and Interior

The atmosphere and (probably) the interior of Mars differ substantially from that of the Earth. The atmosphere is much less dense and of different composition, and it is unlikely that the core is molten.

The Martian Atmosphere

The atmosphere has a pressure at the surface that is only 1/200 that of Earth. The primary component of the atmosphere is carbon dioxide (95%), with the remainder mostly nitrogen. Seasonal heating drives strong winds that can reach 100 mph or more, stirring up large dust storms. Clouds form in the atmosphere, but liquid water cannot exist at the ambient pressure and temperature of the Martian surface: water goes directly between solid and vapor phases without becoming liquid.

Variation in temperature at the Viking 1 landing site

The preceding image shows the variation of the surface temperature over a period of 50 Martian days at the Viking 1 landing site (data source). Notice the large variation between night and daytime temperatures (associated with the low density of the atmosphere) and the almost constant high and low temperatures for this period. Compare this, for example, with the daily temperature variations for Nome, Alaska (note however that the Nome plot is in degrees Fahrenheit, not Celsius).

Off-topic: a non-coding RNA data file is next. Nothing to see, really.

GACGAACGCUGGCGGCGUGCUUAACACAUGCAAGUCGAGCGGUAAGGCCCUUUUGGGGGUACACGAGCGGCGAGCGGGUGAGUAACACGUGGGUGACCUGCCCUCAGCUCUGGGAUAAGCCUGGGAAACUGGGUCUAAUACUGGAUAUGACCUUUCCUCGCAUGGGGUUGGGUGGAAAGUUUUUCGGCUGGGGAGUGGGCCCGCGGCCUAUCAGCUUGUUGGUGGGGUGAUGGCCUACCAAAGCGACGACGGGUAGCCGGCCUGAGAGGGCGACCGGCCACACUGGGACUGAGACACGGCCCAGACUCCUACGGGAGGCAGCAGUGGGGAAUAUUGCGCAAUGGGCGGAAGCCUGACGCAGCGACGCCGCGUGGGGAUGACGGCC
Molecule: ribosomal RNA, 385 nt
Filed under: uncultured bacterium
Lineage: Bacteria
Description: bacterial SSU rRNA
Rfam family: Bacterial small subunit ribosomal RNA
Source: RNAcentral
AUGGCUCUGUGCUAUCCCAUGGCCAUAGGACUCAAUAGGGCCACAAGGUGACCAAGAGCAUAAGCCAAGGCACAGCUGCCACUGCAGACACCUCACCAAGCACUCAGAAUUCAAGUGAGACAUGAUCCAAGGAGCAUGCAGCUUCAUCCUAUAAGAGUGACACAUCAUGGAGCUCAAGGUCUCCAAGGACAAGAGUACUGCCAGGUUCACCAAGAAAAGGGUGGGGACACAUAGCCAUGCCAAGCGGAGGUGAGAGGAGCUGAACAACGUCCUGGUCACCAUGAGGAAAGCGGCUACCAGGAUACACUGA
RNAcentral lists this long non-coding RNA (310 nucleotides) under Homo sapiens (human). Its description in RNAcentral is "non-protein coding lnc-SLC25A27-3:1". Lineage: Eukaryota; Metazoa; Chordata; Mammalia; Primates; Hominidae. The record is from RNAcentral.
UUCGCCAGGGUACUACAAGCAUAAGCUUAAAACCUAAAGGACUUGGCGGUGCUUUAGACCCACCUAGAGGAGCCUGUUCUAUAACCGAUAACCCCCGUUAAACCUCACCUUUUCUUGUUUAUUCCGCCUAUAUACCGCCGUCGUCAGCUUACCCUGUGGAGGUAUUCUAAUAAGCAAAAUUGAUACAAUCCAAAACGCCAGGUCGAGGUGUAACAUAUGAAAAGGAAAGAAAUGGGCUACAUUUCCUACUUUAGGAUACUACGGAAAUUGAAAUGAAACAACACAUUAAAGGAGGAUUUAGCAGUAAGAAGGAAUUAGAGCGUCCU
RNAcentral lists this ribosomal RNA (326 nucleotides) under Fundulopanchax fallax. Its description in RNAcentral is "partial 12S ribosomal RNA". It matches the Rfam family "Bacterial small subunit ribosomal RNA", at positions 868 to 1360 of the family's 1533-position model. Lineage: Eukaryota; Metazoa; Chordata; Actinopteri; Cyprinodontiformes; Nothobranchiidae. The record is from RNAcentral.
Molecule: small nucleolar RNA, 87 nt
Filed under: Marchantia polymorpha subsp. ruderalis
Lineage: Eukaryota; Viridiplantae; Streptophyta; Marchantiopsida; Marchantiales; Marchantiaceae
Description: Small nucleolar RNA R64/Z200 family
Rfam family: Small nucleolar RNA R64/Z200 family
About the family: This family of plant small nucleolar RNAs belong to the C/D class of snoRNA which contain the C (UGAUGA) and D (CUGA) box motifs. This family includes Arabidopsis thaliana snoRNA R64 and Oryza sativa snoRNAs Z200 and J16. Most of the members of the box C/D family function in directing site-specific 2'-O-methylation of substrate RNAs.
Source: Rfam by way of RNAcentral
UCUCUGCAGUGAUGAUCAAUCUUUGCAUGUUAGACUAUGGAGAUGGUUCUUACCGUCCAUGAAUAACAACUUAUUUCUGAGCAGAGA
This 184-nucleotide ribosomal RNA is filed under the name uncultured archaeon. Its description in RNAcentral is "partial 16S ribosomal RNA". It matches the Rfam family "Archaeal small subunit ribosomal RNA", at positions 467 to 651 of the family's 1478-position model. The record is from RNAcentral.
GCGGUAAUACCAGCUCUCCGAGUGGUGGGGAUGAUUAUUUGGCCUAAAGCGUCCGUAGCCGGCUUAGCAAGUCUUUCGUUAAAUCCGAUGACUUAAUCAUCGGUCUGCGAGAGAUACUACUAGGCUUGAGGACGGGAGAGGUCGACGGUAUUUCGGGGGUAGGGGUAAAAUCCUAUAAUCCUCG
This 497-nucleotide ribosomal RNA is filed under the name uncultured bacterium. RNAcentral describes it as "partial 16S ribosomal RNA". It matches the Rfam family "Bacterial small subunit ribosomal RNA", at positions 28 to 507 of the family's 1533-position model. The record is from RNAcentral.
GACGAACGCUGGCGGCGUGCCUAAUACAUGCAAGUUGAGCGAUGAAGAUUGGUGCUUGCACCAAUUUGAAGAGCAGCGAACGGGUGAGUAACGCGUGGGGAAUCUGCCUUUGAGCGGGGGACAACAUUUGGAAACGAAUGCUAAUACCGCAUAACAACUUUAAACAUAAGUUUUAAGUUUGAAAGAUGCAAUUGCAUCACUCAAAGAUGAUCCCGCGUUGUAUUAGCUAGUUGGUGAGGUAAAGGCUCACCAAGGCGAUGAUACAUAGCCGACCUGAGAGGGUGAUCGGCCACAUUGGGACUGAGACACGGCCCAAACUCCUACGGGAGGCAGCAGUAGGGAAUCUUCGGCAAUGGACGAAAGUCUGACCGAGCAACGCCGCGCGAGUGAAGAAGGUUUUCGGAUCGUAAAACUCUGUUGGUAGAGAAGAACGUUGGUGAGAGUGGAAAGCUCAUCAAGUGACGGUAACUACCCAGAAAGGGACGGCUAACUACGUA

Here is a graph of Martian atmospheric temperature variations as recorded over a period of days at the Pathfinder (1997) landing site compared with data from the Viking 1 site over a similar period in 1976 (in the these graphs a Sol is a Martian day, which corresponds to 24 hours and 37 minutes of Earth time). At the time of these observations, the night temperatures drop to around -90 degrees celsius, but at the Pathfinder site the day temperature approaches a relatively balmy -10 degrees celsius at it peak.

The Martian Interior

The density of Mars is about 25% less than that of the Earth, suggesting a proportionally larger concentration of lighter materials relative to the core. It is probably intermediate in composition between the Earth and the Moon. Though Mars is probably at least partially differentiated, there is little evidence for large-scale tectonic motion (but there is smaller scale motion such as that responsible for the Valles Marineris system). The core is thought to be iron sulphide; the absence of any detectable magnetic field even though the rotation period is comparable to that for Earth suggests that the core is probably not liquid.

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